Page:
Is Gladys Knight Really Sick? How was Her Early Life?

The “Empress of Soul,” Gladys Maria Knight, was born in the United States on May 28, 1944. She won seven Grammys for the tunes she made with her family group The Pips in the ’60s, ’70s, and ’80s. The Pips featured her brother Merald “Bubba” Knight, as well as cousins William Guest and Edward Patten.

Knight has had two number-one singles on the Billboard Hot 100 (with Dionne Warwick and Sir Elton John) and eleven number-one singles and six number-one albums in the R&B genre. She is a member of the Rock and Roll Hall of Fame and the Vocal Group Hall of Fame with The Pips, and she has won a total of seven Grammy Awards (four as a solo artist and three with the group).

The Grammy Hall of Fame recognized the “historical, artistic, and significant” merit of two of her songs: “I Heard It Through the Grapevine” and “Midnight Train to Georgia.” She also sang the Bond theme for the 1989 film Licence to Kill. Knight was named one of Rolling Stone’s 100 Greatest Singers.

How was Gladys Knight’s Early Life?

Knight is the daughter of postal workers Merald Woodlow Knight Sr. and Sarah Elizabeth (née Woods), and she was born in Atlanta. Her older sister Brenda is still alive, and her brothers Merald “Bubba” Jr. and David have both passed away. She was a regular member of the church choir during the 1940s and 1950s.

She first gained some notoriety when, at the age of eight, she won a competition on Ted Mack’s The Original Amateur Hour TV show. As a result of a broken record player during Bubba’s tenth birthday celebration that same year, Gladys, Bubba, Brenda, and their cousins Eleanor and William Guest began performing together.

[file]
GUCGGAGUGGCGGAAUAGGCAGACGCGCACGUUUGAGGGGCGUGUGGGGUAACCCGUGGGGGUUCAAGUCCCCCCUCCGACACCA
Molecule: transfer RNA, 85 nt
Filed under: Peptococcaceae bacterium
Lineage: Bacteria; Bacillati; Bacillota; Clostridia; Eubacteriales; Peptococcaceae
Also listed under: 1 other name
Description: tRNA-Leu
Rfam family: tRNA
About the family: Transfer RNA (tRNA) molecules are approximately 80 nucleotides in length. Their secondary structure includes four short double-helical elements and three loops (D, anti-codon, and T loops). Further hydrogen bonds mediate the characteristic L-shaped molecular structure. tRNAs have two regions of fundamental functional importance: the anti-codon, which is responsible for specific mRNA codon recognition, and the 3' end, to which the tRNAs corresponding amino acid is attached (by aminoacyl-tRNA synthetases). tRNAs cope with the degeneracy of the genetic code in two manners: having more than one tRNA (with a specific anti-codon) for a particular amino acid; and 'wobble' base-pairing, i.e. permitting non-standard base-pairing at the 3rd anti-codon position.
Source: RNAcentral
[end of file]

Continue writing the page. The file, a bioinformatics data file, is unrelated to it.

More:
Elizabeth Knight, Gladys’ mother, soon had the gang of five agree to start a band. They decided to call themselves The Pips after their cousin James “Pip” Woods’ moniker. By 1955, the group began competing on the talent show circuit in their hometown of Atlanta, winning each talent contest they entered.


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This accomplishment allowed them to earn a record contract with Brunswick Records in 1957. After two unsuccessful albums with Brunswick, the band broke up. Despite this, the trio was now opening for renowned recording performers such as Jackie Wilson and Sam Cooke. By the time they had children to think about it, Brenda Knight and Eleanor Guest had left the group in 1959, and Brunswick had dumped them. Edward Patten, a cousin, and Langston George, an acquaintance, took their places.

In 1961, they recorded the Johnny Otis–penned “Every Beat of My Heart”. Due to the band’s lack of a record label, the song was promoted by local Atlanta label Huntom Records, which secured a distribution contract with Vee-Jay Records. The members of the band had recently relocated to New York City to try out for a record deal with Fury Records, owned by Bobby Robinson.

Upon finding that “Every Beat of My Heart” was already becoming a hit and cutting the group out of earnings, Robinson had the group re-record the song and re-release it on Fury Records. Both versions made the Billboard charts, with the Huntom/Vee-Jay version reaching number six on the Billboard Hot 100. Changing their identity to Gladys Knight & the Pips was done in preparation for their reissue on Fury Records.